From Michael Swartz and Monoblogue….
While I’m pleased the Daily Times ran my op-ed yesterday (adding to the original title I use above), it’s sort of a pale pastel of what I originally had in mind. But they wanted me to get it down around 500 words so I complied. Here is the original version I wrote on Tuesday for comparison.
I was a Tea Partier before being one was cool.
For years I’ve believed in the principles of fiscal conservatism and limited government. I seethed just as much when President Bush adopted No Child Left Behind and the budget-busting Medicare Part D as I did when President Clinton vowed to “fix” the welfare reform package he’d just signed because it was too harsh for his progressive base to take. It makes me angry that the federal budget goes up and bureaucracy gets worse year after year regardless of who sits in the Oval Office or runs Congress.
Yet progressives always sneeringly ask those in the Tea Party movement, “what government programs would you cut?” Well, I have my list but others have theirs, too – that’s part of the problem with having a decentralized movement. And I also understand that responsible budget cutting is not expressed in terms of strictly dollars and cents because there needs to be a simultaneous effort at the federal and state levels to eliminate mandates which tie the hands of local government. There’s no simple answer, so we speak in those broad generalities that most of us agree with – limiting government to that which follows the intent of the Constitution as envisioned by our nation’s founders.
Given that setup, I’ll turn the question on its head and ask my friends on the left: how should we achieve the full funding that you desire for all of your pet programs? My home county came up $22 million short of departmental requests on a budget of $113 million while the state of Maryland counts on nearly $400 million of federal grants to patch the hole in its FY2011 budget. Needless to say Uncle Sam is just a wee bit short on funding for what Washington wants to spend.
Usually their answer is to tax the wealthy, so allow me to play this game of “what-if.”
Given that our President is the leader of the free world, one would think his CEO position is the most powerful job one can get. For this he makes a salary of $400,000 annually. (We all know that the perks of free housing, unlimited travel allowances, Secret Service protection, and so forth make the compensation package much more lucrative but the paycheck is still $400,000.) I can just hear the leftists say, “well, since the most powerful guy in the world makes that much no one else should make more. People can earn all they want but after $400,000 we’re going to tax them at a 100% rate.” Okay, done.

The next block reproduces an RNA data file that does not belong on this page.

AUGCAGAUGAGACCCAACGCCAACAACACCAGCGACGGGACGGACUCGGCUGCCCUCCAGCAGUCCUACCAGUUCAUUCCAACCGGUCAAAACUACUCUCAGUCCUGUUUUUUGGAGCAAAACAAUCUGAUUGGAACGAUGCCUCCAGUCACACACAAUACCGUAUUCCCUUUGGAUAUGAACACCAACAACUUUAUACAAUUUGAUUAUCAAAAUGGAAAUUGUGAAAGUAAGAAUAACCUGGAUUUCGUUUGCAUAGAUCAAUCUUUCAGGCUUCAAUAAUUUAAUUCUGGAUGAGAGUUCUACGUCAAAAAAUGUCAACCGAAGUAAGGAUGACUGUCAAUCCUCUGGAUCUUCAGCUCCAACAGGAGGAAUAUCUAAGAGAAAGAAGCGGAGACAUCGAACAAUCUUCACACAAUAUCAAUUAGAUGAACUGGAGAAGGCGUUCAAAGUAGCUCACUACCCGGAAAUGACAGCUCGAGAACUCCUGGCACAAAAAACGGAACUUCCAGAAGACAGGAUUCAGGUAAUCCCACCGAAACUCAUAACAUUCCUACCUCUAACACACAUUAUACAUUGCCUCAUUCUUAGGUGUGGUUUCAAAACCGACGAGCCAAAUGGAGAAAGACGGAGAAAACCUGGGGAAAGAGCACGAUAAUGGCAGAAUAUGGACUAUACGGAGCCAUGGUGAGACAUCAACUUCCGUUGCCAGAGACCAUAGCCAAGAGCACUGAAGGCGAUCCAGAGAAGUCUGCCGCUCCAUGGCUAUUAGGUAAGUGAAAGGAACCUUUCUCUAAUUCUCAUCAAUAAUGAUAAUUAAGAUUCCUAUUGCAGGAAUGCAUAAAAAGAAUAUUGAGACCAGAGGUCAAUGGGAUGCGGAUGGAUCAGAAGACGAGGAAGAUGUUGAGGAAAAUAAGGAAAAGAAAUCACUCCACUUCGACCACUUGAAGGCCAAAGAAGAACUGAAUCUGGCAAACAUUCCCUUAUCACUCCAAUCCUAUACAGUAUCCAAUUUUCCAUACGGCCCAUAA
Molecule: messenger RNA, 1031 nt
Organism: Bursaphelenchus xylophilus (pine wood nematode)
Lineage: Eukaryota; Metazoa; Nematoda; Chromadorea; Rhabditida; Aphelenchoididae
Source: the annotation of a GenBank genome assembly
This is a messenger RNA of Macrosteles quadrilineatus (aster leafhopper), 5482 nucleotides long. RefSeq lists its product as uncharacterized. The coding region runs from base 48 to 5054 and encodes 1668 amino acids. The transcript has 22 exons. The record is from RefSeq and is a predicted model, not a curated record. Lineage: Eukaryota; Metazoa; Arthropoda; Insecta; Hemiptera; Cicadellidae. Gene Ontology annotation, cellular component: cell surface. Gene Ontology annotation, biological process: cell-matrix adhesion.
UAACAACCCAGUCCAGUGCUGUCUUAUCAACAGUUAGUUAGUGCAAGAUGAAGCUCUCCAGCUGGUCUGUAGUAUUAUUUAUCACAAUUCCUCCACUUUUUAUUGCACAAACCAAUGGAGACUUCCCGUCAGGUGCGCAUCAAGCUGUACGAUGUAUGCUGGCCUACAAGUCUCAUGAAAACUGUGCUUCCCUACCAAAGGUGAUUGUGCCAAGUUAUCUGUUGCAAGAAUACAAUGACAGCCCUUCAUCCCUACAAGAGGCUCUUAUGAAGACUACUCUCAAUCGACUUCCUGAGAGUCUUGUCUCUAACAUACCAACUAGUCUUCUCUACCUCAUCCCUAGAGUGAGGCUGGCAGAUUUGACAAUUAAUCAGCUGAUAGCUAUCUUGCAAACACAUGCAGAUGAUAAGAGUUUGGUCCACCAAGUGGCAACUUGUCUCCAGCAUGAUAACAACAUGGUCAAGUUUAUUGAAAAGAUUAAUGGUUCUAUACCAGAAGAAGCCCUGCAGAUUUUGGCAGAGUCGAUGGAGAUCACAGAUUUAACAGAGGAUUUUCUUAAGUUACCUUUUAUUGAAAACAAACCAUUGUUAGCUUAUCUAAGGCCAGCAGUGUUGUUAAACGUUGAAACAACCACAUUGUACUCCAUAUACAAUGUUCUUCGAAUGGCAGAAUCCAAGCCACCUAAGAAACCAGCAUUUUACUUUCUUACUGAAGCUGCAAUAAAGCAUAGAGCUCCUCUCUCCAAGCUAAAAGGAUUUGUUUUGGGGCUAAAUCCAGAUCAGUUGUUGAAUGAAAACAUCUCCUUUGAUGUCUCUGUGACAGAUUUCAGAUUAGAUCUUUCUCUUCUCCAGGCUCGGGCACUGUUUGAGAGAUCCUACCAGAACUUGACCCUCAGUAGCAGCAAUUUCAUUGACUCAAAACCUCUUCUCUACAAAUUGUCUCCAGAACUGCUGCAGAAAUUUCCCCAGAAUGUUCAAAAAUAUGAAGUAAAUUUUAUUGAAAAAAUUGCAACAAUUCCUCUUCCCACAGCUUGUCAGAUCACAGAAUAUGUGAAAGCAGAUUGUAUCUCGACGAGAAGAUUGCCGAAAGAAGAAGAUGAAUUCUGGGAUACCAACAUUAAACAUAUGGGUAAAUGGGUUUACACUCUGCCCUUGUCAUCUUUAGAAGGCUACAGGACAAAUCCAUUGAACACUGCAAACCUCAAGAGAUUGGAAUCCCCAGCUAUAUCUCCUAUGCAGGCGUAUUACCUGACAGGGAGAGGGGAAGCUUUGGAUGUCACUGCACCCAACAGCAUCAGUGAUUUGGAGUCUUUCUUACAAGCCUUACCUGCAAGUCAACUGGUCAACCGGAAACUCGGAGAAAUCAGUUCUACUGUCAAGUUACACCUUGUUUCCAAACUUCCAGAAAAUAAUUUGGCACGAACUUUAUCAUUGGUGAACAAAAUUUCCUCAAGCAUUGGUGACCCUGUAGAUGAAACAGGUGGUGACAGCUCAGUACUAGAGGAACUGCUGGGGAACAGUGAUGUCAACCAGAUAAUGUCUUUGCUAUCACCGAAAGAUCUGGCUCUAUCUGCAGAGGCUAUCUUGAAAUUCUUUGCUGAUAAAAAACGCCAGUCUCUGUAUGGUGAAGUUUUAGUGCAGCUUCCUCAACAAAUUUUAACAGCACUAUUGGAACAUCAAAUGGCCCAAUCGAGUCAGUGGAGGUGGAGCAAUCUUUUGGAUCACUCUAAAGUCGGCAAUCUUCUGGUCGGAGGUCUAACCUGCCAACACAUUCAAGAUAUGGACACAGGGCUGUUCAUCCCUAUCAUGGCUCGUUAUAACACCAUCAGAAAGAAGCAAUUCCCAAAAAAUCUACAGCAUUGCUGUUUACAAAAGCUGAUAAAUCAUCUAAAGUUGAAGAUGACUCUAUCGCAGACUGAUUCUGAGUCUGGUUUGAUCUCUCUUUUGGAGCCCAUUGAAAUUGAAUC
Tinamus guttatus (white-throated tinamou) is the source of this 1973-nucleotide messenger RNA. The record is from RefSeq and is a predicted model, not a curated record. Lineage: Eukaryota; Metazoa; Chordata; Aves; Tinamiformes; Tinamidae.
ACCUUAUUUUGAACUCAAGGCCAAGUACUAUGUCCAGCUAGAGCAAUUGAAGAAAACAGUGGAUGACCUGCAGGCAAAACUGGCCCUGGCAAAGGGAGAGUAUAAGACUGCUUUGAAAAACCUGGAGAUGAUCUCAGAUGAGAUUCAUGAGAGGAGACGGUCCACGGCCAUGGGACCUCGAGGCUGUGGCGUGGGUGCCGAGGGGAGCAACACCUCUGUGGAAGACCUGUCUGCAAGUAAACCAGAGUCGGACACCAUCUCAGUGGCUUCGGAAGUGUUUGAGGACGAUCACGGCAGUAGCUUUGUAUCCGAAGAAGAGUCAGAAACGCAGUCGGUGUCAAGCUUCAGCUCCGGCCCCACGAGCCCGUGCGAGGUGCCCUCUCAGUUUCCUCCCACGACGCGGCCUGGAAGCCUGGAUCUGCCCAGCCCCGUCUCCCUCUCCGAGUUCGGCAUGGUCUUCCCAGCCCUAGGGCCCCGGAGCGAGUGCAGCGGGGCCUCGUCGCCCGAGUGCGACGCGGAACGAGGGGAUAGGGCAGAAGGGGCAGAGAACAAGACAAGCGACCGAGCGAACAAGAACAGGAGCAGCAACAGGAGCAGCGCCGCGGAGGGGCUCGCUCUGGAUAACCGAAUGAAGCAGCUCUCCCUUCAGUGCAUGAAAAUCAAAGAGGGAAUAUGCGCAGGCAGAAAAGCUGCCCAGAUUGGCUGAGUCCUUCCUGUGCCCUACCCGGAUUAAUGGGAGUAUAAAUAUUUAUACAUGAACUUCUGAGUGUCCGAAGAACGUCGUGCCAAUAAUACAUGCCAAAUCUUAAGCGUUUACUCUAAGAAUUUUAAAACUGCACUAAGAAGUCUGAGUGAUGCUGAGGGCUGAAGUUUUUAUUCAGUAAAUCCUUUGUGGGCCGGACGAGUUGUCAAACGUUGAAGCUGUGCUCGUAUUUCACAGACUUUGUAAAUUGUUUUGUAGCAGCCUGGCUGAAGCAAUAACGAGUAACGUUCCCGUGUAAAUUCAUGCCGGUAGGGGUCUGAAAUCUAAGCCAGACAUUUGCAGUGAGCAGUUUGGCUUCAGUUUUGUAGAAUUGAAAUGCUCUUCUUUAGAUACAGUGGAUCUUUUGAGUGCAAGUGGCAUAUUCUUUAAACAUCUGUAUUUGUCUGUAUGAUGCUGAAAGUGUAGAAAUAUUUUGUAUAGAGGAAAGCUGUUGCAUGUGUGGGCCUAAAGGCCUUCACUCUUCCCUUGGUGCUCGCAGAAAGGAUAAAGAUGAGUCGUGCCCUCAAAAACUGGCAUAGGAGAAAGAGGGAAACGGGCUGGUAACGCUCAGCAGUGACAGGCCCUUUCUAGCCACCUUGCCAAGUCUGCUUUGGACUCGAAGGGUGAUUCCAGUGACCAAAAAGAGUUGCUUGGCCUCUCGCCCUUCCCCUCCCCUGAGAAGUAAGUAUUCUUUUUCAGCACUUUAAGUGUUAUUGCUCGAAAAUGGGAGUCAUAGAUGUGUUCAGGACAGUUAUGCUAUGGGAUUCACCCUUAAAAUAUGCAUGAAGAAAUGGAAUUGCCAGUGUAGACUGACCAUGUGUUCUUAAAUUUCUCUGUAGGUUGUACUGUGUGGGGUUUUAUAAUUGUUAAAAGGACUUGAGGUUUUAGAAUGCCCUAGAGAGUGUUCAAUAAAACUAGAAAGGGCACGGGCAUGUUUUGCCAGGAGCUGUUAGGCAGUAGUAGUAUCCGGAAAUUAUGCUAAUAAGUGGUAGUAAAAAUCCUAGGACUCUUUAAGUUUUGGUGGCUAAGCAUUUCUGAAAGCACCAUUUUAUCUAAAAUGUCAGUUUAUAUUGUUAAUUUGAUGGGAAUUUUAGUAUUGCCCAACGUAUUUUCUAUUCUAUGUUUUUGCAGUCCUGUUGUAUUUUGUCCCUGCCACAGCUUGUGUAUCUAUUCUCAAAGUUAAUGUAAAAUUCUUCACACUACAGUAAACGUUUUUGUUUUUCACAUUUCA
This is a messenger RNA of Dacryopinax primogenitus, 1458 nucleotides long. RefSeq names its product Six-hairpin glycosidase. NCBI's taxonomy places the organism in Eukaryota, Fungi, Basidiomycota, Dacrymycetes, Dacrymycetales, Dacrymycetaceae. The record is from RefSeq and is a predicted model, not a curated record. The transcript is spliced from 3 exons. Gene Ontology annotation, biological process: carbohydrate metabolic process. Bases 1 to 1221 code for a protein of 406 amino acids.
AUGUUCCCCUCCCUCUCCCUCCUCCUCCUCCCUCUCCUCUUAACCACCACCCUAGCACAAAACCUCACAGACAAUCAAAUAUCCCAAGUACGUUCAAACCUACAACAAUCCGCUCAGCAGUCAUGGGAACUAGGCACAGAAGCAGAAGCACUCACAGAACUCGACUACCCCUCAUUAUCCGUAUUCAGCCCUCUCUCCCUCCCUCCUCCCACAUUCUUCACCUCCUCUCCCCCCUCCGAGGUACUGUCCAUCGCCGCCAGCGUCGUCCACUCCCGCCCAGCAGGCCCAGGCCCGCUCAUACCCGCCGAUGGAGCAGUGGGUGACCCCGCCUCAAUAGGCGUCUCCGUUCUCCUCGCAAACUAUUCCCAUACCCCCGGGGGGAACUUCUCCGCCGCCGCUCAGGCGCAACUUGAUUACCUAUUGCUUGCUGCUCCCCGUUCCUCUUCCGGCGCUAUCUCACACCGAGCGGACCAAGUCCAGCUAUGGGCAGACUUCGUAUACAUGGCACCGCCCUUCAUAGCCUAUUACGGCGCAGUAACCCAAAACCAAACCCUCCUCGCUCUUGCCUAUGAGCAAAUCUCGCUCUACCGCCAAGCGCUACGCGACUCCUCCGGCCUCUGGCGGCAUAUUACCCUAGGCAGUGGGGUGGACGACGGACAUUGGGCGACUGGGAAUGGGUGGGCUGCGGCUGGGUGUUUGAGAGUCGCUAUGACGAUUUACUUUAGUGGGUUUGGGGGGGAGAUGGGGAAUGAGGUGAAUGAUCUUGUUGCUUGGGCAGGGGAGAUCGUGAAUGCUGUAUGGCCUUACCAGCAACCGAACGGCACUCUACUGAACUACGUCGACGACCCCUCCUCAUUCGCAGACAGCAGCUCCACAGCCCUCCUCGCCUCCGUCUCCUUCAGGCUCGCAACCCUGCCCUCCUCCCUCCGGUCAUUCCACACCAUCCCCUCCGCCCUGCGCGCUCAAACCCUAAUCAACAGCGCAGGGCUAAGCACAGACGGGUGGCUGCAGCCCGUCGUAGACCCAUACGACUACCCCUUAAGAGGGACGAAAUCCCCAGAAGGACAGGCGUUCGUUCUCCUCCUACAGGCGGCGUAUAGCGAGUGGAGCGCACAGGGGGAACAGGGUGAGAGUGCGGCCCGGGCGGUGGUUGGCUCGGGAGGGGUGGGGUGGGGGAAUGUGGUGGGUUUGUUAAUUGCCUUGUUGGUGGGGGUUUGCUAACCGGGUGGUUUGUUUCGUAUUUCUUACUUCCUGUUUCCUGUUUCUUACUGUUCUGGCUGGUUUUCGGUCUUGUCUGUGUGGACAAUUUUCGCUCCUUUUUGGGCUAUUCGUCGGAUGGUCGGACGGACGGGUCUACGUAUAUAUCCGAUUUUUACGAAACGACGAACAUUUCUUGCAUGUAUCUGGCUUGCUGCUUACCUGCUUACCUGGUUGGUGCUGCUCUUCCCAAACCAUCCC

Unfortunately, that decision would have severe consequences. Those who have the capital to pay such a punitive tax rate also have the wherewithal to relocate to a financially friendlier port-of-call. Just as we’ve seen in Maryland with a much less comparatively severe “millionaire’s tax,” capital will flee at a rate heretofore unseen. As we’ve proven repeatedly with “sin” taxes, the old adage that to get less of something you tax it will come true – with undesirable results.
Somewhere there is a balance between those services we need government to provide and what we’re willing to pay for them, but to the average Tea Party participant the pendulum has swung too far off center. However, a pendulum can also swing too far in the opposite direction and cutting too much away can bring on its own set of problems – if there were no government at all our society would dissolve into a pit of chaos and anarchy.
By attempting to paint the Tea Party with the same broad brush as anarchists and others of a radical ilk, the progressives project their issues onto our side. Those who rail against Tea Partiers need to realize that we, too, see the world as complex. We know solutions don’t come simply, but we also know that continuing in the same direction will only make the situation worse.
Then again, it was your side who believed in a conceptual and unspecific hope and change during our last national election. Who are the rational ones now?
Michael Swartz is a blogger and political writer who lives near Salisbury. He is a regular contributor of features to the Patriot Post internet newsletter and writes on national issues as a syndicated columnist through Liberty Features Syndicate. He can be reached at firstname.lastname@example.org.
Next time I’ll know about how long of a feature to write (slightly shorter than my LFS op-eds) so don’t be surprised if you see these things more often.